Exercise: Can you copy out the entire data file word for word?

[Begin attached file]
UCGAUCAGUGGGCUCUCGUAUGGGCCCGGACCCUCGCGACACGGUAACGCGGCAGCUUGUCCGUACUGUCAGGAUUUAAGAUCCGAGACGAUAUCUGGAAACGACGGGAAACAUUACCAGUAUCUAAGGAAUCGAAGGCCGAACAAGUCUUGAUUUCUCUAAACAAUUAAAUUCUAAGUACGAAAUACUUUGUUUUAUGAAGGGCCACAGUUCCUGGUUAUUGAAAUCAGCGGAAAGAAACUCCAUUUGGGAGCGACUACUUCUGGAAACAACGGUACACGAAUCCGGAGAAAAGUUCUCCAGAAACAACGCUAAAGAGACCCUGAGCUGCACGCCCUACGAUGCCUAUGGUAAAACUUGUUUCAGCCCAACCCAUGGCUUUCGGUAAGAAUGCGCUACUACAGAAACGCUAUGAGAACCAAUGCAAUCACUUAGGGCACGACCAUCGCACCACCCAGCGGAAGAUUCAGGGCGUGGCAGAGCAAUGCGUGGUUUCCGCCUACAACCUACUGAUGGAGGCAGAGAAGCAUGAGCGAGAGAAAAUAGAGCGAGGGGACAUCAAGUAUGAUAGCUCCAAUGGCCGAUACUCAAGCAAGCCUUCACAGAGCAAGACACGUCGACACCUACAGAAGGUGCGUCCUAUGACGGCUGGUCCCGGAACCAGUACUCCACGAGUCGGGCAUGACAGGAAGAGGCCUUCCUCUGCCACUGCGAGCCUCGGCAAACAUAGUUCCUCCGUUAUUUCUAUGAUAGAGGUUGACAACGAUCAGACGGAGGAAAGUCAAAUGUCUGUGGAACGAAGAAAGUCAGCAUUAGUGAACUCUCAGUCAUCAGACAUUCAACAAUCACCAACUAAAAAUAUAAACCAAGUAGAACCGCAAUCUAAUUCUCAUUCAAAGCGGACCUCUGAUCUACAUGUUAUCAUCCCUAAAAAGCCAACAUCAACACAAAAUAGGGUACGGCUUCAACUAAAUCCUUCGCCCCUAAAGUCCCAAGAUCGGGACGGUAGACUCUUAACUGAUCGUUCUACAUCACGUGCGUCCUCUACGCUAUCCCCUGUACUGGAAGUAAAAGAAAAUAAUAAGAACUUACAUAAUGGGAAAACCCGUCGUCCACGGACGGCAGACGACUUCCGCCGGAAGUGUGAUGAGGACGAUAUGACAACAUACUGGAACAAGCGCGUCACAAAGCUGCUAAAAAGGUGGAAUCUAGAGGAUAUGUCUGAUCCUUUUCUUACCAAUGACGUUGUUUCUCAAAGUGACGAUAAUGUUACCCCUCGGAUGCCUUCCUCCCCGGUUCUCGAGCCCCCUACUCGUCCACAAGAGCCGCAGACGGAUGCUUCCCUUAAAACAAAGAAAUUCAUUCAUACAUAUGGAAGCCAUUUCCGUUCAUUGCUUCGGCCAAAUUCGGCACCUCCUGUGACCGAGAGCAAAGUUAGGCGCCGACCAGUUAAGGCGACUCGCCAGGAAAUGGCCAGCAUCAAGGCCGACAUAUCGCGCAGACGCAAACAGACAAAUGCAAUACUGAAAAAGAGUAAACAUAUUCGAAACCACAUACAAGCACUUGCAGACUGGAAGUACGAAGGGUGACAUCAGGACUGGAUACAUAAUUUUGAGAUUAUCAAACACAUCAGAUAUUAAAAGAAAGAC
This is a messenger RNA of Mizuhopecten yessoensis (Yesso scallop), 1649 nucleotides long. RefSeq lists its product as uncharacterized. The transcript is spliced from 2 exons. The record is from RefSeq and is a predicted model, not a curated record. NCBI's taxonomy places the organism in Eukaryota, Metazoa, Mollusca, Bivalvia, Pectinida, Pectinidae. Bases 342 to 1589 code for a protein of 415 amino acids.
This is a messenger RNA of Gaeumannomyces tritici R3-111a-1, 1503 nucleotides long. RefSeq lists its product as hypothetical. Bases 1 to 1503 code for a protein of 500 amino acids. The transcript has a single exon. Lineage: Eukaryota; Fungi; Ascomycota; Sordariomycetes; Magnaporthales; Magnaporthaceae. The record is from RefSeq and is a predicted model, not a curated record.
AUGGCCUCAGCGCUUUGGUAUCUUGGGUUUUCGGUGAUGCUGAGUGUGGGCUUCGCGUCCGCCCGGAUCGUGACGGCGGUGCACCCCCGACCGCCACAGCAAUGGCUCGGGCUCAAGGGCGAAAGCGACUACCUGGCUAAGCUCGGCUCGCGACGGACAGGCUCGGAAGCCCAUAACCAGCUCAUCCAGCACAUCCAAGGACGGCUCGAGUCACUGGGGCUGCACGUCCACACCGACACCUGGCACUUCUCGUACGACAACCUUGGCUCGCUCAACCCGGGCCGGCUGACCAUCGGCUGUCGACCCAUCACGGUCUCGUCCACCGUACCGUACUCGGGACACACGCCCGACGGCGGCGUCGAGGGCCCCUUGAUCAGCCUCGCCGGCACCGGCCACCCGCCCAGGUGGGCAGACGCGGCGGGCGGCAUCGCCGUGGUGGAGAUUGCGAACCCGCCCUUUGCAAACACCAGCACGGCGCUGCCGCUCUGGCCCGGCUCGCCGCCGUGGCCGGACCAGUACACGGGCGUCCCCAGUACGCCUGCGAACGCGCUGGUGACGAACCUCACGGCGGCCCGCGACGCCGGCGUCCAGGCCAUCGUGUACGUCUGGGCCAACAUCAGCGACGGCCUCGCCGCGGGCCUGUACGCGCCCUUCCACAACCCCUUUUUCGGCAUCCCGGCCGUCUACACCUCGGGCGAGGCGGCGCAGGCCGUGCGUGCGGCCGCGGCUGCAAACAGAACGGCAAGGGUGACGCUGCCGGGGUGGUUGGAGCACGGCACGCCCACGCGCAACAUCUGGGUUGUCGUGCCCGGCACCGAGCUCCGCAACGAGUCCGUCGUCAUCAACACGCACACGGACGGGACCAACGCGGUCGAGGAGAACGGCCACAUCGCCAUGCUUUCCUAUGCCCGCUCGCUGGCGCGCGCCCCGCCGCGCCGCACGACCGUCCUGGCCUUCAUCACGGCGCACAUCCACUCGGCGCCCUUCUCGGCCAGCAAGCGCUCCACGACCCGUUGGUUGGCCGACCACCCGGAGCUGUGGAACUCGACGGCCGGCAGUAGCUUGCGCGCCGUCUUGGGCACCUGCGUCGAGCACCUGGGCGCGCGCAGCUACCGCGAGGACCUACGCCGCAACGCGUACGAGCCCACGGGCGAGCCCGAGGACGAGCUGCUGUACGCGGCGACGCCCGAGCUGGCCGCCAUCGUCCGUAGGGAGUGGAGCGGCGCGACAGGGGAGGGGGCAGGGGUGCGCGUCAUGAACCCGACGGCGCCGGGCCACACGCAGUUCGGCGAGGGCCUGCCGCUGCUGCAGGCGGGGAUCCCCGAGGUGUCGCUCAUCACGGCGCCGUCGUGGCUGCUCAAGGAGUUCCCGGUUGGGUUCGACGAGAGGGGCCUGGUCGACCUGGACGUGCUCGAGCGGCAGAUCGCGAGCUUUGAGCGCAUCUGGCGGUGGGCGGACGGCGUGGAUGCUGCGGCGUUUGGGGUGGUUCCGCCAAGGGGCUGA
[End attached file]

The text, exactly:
UCGAUCAGUGGGCUCUCGUAUGGGCCCGGACCCUCGCGACACGGUAACGCGGCAGCUUGUCCGUACUGUCAGGAUUUAAGAUCCGAGACGAUAUCUGGAAACGACGGGAAACAUUACCAGUAUCUAAGGAAUCGAAGGCCGAACAAGUCUUGAUUUCUCUAAACAAUUAAAUUCUAAGUACGAAAUACUUUGUUUUAUGAAGGGCCACAGUUCCUGGUUAUUGAAAUCAGCGGAAAGAAACUCCAUUUGGGAGCGACUACUUCUGGAAACAACGGUACACGAAUCCGGAGAAAAGUUCUCCAGAAACAACGCUAAAGAGACCCUGAGCUGCACGCCCUACGAUGCCUAUGGUAAAACUUGUUUCAGCCCAACCCAUGGCUUUCGGUAAGAAUGCGCUACUACAGAAACGCUAUGAGAACCAAUGCAAUCACUUAGGGCACGACCAUCGCACCACCCAGCGGAAGAUUCAGGGCGUGGCAGAGCAAUGCGUGGUUUCCGCCUACAACCUACUGAUGGAGGCAGAGAAGCAUGAGCGAGAGAAAAUAGAGCGAGGGGACAUCAAGUAUGAUAGCUCCAAUGGCCGAUACUCAAGCAAGCCUUCACAGAGCAAGACACGUCGACACCUACAGAAGGUGCGUCCUAUGACGGCUGGUCCCGGAACCAGUACUCCACGAGUCGGGCAUGACAGGAAGAGGCCUUCCUCUGCCACUGCGAGCCUCGGCAAACAUAGUUCCUCCGUUAUUUCUAUGAUAGAGGUUGACAACGAUCAGACGGAGGAAAGUCAAAUGUCUGUGGAACGAAGAAAGUCAGCAUUAGUGAACUCUCAGUCAUCAGACAUUCAACAAUCACCAACUAAAAAUAUAAACCAAGUAGAACCGCAAUCUAAUUCUCAUUCAAAGCGGACCUCUGAUCUACAUGUUAUCAUCCCUAAAAAGCCAACAUCAACACAAAAUAGGGUACGGCUUCAACUAAAUCCUUCGCCCCUAAAGUCCCAAGAUCGGGACGGUAGACUCUUAACUGAUCGUUCUACAUCACGUGCGUCCUCUACGCUAUCCCCUGUACUGGAAGUAAAAGAAAAUAAUAAGAACUUACAUAAUGGGAAAACCCGUCGUCCACGGACGGCAGACGACUUCCGCCGGAAGUGUGAUGAGGACGAUAUGACAACAUACUGGAACAAGCGCGUCACAAAGCUGCUAAAAAGGUGGAAUCUAGAGGAUAUGUCUGAUCCUUUUCUUACCAAUGACGUUGUUUCUCAAAGUGACGAUAAUGUUACCCCUCGGAUGCCUUCCUCCCCGGUUCUCGAGCCCCCUACUCGUCCACAAGAGCCGCAGACGGAUGCUUCCCUUAAAACAAAGAAAUUCAUUCAUACAUAUGGAAGCCAUUUCCGUUCAUUGCUUCGGCCAAAUUCGGCACCUCCUGUGACCGAGAGCAAAGUUAGGCGCCGACCAGUUAAGGCGACUCGCCAGGAAAUGGCCAGCAUCAAGGCCGACAUAUCGCGCAGACGCAAACAGACAAAUGCAAUACUGAAAAAGAGUAAACAUAUUCGAAACCACAUACAAGCACUUGCAGACUGGAAGUACGAAGGGUGACAUCAGGACUGGAUACAUAAUUUUGAGAUUAUCAAACACAUCAGAUAUUAAAAGAAAGAC
This is a messenger RNA of Mizuhopecten yessoensis (Yesso scallop), 1649 nucleotides long. RefSeq lists its product as uncharacterized. The transcript is spliced from 2 exons. The record is from RefSeq and is a predicted model, not a curated record. NCBI's taxonomy places the organism in Eukaryota, Metazoa, Mollusca, Bivalvia, Pectinida, Pectinidae. Bases 342 to 1589 code for a protein of 415 amino acids.
This is a messenger RNA of Gaeumannomyces tritici R3-111a-1, 1503 nucleotides long. RefSeq lists its product as hypothetical. Bases 1 to 1503 code for a protein of 500 amino acids. The transcript has a single exon. Lineage: Eukaryota; Fungi; Ascomycota; Sordariomycetes; Magnaporthales; Magnaporthaceae. The record is from RefSeq and is a predicted model, not a curated record.
AUGGCCUCAGCGCUUUGGUAUCUUGGGUUUUCGGUGAUGCUGAGUGUGGGCUUCGCGUCCGCCCGGAUCGUGACGGCGGUGCACCCCCGACCGCCACAGCAAUGGCUCGGGCUCAAGGGCGAAAGCGACUACCUGGCUAAGCUCGGCUCGCGACGGACAGGCUCGGAAGCCCAUAACCAGCUCAUCCAGCACAUCCAAGGACGGCUCGAGUCACUGGGGCUGCACGUCCACACCGACACCUGGCACUUCUCGUACGACAACCUUGGCUCGCUCAACCCGGGCCGGCUGACCAUCGGCUGUCGACCCAUCACGGUCUCGUCCACCGUACCGUACUCGGGACACACGCCCGACGGCGGCGUCGAGGGCCCCUUGAUCAGCCUCGCCGGCACCGGCCACCCGCCCAGGUGGGCAGACGCGGCGGGCGGCAUCGCCGUGGUGGAGAUUGCGAACCCGCCCUUUGCAAACACCAGCACGGCGCUGCCGCUCUGGCCCGGCUCGCCGCCGUGGCCGGACCAGUACACGGGCGUCCCCAGUACGCCUGCGAACGCGCUGGUGACGAACCUCACGGCGGCCCGCGACGCCGGCGUCCAGGCCAUCGUGUACGUCUGGGCCAACAUCAGCGACGGCCUCGCCGCGGGCCUGUACGCGCCCUUCCACAACCCCUUUUUCGGCAUCCCGGCCGUCUACACCUCGGGCGAGGCGGCGCAGGCCGUGCGUGCGGCCGCGGCUGCAAACAGAACGGCAAGGGUGACGCUGCCGGGGUGGUUGGAGCACGGCACGCCCACGCGCAACAUCUGGGUUGUCGUGCCCGGCACCGAGCUCCGCAACGAGUCCGUCGUCAUCAACACGCACACGGACGGGACCAACGCGGUCGAGGAGAACGGCCACAUCGCCAUGCUUUCCUAUGCCCGCUCGCUGGCGCGCGCCCCGCCGCGCCGCACGACCGUCCUGGCCUUCAUCACGGCGCACAUCCACUCGGCGCCCUUCUCGGCCAGCAAGCGCUCCACGACCCGUUGGUUGGCCGACCACCCGGAGCUGUGGAACUCGACGGCCGGCAGUAGCUUGCGCGCCGUCUUGGGCACCUGCGUCGAGCACCUGGGCGCGCGCAGCUACCGCGAGGACCUACGCCGCAACGCGUACGAGCCCACGGGCGAGCCCGAGGACGAGCUGCUGUACGCGGCGACGCCCGAGCUGGCCGCCAUCGUCCGUAGGGAGUGGAGCGGCGCGACAGGGGAGGGGGCAGGGGUGCGCGUCAUGAACCCGACGGCGCCGGGCCACACGCAGUUCGGCGAGGGCCUGCCGCUGCUGCAGGCGGGGAUCCCCGAGGUGUCGCUCAUCACGGCGCCGUCGUGGCUGCUCAAGGAGUUCCCGGUUGGGUUCGACGAGAGGGGCCUGGUCGACCUGGACGUGCUCGAGCGGCAGAUCGCGAGCUUUGAGCGCAUCUGGCGGUGGGCGGACGGCGUGGAUGCUGCGGCGUUUGGGGUGGUUCCGCCAAGGGGCUGA